Wan’t to fire that Slacker? The best defence is always a good offence.

Armed with the knowledge that an employer can contract out of all but its minimum statutory obligations, I’m mystified why more businesses don’t follow the trend.  Nevertheless, for those proactive organizations concerned about the bottom line, the key is to draft contractual provisions that will withstand judicial scrutiny. 

Just as my Metro News Column provided the 5 tips for any employee about to begin a new job (read here), in my view, employers would be well advised to make the first move.  The roadmap to victory is the flipside of my recipe for employees.  Although, I can’t guarantee that my approach will be infallible, by introducing these measures, victory will occur more often than not.  And, as the saying goes, the best defence is always a good offence. 

For employers with the motivation to diminish the amount of severance paid, better yet, to a mediocre employee, I offer the following eight tips to ensure a valid and enforceable termination provision. 

1.      Make certain that prior to the point at which the employment offer is made, the prospective candidate has receipt of any offer letter, contract, agreement or otherwise that is being relied upon to comprise the terms of employment.  This will avoid any confusion, or worse, misrepresentation that goes to the terms of the offer. 

2.      The prospective candidate should always be encouraged to obtain independent legal advice or at the very least, be given ample time to consider the nature of the contract.  A clear case of duress is a recipe for disaster when it comes to a severance limiting provision. 

3.      Even if the employee has received appropriate counsel, care should be taken to point out the meaning of the more sophisticated terms, and draw the employee’s attention to the fact of a severance limiting provision.  The individual presenting the offer should document this conversation.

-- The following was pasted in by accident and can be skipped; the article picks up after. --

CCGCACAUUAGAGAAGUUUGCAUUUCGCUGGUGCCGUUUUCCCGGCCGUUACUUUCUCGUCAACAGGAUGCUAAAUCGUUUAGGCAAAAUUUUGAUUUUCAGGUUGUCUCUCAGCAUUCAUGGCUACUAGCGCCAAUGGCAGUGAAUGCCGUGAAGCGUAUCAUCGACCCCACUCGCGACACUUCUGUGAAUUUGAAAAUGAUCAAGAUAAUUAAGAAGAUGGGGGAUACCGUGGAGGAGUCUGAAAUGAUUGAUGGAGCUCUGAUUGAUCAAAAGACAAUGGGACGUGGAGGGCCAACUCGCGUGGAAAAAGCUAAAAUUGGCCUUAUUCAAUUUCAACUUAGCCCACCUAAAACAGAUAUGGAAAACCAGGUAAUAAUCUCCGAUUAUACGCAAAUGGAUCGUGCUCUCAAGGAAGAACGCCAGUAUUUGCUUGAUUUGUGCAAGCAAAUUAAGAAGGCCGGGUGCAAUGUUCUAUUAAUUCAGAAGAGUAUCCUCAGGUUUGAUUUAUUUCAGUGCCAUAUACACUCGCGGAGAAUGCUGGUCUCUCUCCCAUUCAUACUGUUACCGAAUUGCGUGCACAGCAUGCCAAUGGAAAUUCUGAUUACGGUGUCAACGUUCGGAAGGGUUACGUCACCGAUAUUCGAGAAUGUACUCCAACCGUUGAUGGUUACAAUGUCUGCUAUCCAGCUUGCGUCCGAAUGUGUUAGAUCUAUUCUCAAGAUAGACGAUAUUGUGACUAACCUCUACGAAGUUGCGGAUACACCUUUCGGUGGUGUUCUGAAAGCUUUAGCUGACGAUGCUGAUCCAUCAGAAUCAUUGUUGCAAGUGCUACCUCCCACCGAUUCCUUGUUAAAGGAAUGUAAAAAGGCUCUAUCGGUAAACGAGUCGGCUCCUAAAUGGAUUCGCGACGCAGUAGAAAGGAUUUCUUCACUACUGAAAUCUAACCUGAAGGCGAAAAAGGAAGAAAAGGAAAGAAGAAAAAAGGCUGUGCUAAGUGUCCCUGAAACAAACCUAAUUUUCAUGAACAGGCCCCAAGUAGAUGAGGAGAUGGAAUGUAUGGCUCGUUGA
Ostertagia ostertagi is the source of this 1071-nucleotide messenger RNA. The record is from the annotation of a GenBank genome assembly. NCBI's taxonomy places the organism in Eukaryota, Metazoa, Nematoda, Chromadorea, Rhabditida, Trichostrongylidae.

4.      If re-negotiating the terms of an existing employee’s position, fresh consideration (some compensation or other benefit) must be provided to the employee.   

5.      Severance limiting language must be clear and unambiguous.  A small degree of uncertainty is a prescription for courts to interfere with the bargain an employer though it had made.   

6.      The termination provision must provide the employee with the minimum amount of severance provided by the governing legislation.  In Ontario, the Employment Standards Act, 2000 sets out a ladder of minimum severance payments for any dismissed employee.  The legislation should be specifically and clearly referenced in the contract itself.  In the contracts that I prepare for my employer clients, I actually provide slightly more than the minimum standards as an employee need to execute a release for what she was already entitled to under the legislation.     

7.      An otherwise valid contract can be struck down as unconscionable or unreasonable.  While the Employment Standard Act, 2000 is a great starting point, employers should renegotiate greater amounts of severance as employees gain tenure or increased value with the organization.   

8.      Contracts should include a severability provision ensuring that if one aspect of the contract is struck down as unenforceable, the remaining terms of the contract will survive. 

For additional information on employment contracts, and specifically the law of consideration, see Michael Fitzgibbon’s article here